Dredging up the past.

The recovery of Edward Colton’s statue from Bristol harbour is literally dredging up the past, but the past is made up.

Our own past, even our immediate past, is a partial recollection of highly filtered perceptions. This past only exists as a thought in the present and yet we allow it to drown out what is happening now. We dwell on things that happened even moments ago and distort our reactions to what is in front of us.

We live in a cloud of conditioned responses, steered by the collective made up stories of our families, friends, and culture. These collective stories on the grandest scale are history. This historical past is even more made up.than our individual past. It is not real, yet we allow it to dominate our present, to distract us from the only reality we will ever know. Now.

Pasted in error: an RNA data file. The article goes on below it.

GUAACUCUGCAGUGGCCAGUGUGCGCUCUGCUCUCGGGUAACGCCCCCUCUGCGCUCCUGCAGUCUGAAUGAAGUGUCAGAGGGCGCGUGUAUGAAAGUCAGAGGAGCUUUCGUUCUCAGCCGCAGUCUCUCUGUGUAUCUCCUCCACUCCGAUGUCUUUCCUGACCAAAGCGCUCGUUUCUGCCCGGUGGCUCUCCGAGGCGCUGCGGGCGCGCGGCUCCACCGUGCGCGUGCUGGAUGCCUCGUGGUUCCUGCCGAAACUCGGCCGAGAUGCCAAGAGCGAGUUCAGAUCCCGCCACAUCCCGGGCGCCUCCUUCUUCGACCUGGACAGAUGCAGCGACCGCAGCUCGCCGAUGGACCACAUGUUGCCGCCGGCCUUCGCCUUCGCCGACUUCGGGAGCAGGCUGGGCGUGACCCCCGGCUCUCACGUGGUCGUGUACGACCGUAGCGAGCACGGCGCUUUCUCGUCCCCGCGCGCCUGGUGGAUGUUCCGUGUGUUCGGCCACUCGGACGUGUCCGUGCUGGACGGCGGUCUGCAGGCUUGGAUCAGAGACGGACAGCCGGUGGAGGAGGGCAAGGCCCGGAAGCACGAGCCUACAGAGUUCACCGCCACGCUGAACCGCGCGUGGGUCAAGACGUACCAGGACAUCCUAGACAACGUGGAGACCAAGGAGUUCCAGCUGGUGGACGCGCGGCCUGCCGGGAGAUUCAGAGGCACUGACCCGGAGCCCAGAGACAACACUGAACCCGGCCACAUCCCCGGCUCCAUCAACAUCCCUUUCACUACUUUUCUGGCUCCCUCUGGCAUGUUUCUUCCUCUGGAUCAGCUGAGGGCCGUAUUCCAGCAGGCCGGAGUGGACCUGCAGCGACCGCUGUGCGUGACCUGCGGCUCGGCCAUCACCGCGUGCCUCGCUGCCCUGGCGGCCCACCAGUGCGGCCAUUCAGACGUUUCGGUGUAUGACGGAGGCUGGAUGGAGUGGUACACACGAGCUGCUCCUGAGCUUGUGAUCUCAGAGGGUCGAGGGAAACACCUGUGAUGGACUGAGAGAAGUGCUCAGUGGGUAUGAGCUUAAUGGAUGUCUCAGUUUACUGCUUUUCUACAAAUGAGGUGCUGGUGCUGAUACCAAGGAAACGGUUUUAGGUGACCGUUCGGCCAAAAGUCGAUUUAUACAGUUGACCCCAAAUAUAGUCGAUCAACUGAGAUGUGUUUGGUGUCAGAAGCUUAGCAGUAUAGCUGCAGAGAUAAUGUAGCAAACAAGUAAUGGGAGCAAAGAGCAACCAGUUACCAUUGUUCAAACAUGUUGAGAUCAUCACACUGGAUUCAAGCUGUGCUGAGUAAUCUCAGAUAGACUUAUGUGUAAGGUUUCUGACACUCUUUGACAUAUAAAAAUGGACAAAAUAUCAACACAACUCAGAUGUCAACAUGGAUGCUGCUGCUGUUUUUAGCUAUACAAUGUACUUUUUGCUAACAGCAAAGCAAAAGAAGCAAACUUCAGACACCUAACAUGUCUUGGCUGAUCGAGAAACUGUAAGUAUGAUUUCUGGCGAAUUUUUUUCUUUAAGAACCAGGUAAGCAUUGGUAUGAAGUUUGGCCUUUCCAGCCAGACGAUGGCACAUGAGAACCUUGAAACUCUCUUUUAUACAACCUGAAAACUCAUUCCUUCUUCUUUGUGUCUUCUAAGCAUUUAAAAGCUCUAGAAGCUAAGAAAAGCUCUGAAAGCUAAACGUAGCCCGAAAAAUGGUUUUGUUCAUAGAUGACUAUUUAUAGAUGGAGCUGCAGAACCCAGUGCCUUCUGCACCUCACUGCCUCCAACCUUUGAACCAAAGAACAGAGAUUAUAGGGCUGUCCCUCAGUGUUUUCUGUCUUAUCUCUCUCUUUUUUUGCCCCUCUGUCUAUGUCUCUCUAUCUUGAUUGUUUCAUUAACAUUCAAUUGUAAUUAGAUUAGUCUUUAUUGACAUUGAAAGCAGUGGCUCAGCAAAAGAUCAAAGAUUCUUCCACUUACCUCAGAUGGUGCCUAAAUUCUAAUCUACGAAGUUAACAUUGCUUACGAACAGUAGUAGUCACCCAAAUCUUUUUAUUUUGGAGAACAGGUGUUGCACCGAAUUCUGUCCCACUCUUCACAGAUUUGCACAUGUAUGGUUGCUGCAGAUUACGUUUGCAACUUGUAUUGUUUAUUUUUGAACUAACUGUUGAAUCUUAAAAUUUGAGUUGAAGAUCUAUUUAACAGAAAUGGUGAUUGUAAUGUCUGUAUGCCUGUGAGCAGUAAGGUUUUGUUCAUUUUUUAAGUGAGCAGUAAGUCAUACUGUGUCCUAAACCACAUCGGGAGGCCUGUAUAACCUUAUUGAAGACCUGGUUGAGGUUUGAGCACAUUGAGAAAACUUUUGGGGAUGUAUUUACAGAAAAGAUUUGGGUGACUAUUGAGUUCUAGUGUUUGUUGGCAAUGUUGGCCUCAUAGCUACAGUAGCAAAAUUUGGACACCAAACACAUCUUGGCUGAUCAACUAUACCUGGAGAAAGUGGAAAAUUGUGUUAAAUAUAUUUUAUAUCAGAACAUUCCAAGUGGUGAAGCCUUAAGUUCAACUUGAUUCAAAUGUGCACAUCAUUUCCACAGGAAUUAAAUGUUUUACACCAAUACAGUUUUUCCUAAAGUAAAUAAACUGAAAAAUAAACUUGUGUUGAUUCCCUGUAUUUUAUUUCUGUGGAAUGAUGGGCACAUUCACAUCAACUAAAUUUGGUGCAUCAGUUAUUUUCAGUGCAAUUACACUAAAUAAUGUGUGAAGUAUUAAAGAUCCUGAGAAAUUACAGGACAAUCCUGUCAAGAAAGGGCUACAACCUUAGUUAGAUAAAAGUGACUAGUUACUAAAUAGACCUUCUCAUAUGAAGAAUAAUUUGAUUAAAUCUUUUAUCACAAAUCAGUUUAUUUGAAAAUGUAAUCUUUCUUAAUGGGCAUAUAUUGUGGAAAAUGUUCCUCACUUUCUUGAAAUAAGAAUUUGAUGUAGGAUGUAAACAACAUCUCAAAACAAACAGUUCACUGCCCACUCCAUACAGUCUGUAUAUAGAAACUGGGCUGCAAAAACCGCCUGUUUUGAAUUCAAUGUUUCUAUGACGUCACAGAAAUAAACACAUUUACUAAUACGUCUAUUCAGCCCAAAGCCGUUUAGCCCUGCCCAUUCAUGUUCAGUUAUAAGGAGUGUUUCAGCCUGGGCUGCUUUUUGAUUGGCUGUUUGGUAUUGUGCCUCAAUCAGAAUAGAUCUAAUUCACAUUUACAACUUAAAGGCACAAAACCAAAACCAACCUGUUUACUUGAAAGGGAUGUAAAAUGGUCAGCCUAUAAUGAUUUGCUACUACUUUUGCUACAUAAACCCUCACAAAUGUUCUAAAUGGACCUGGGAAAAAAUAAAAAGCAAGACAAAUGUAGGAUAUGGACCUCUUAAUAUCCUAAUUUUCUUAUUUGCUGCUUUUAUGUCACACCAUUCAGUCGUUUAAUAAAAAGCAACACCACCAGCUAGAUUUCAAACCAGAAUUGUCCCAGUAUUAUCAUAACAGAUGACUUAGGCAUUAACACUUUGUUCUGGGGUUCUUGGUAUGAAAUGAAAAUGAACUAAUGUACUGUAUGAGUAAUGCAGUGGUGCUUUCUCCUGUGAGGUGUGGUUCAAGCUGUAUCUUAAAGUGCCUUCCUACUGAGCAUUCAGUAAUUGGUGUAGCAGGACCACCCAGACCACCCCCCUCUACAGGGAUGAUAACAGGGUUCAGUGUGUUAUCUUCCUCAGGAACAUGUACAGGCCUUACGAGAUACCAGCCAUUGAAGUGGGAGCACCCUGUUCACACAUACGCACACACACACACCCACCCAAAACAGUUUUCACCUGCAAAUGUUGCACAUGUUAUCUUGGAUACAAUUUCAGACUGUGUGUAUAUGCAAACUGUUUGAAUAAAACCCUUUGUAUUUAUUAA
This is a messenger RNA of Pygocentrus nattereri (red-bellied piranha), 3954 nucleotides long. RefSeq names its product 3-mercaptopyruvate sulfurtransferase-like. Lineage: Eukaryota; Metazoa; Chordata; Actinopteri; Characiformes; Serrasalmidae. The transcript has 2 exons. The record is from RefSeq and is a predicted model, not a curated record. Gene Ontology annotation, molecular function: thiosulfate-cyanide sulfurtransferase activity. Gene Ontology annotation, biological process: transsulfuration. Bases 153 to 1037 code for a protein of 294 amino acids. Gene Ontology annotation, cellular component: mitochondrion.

Deeply imbedded cultural norms of seeking justice, of retribution, of an eye for an eye, keep us stuck in a made up past that we can’t change. Even in our personal relationships we risk being trapped in a perpetual tit for tat that will never end unless we find a way to step out of it.

What matters is how we are now, in this moment, fresh, each time. Without baggage, without the stories, without prejudice (from Latin praeiudicium “prior judgment,”). Not black, not white, not wronged, not guilty. Human beings made of the very same residue of an exploding star, facing the same challenges, frightened of the same things, yet capable of the same unbelievable acts of courage and compassion.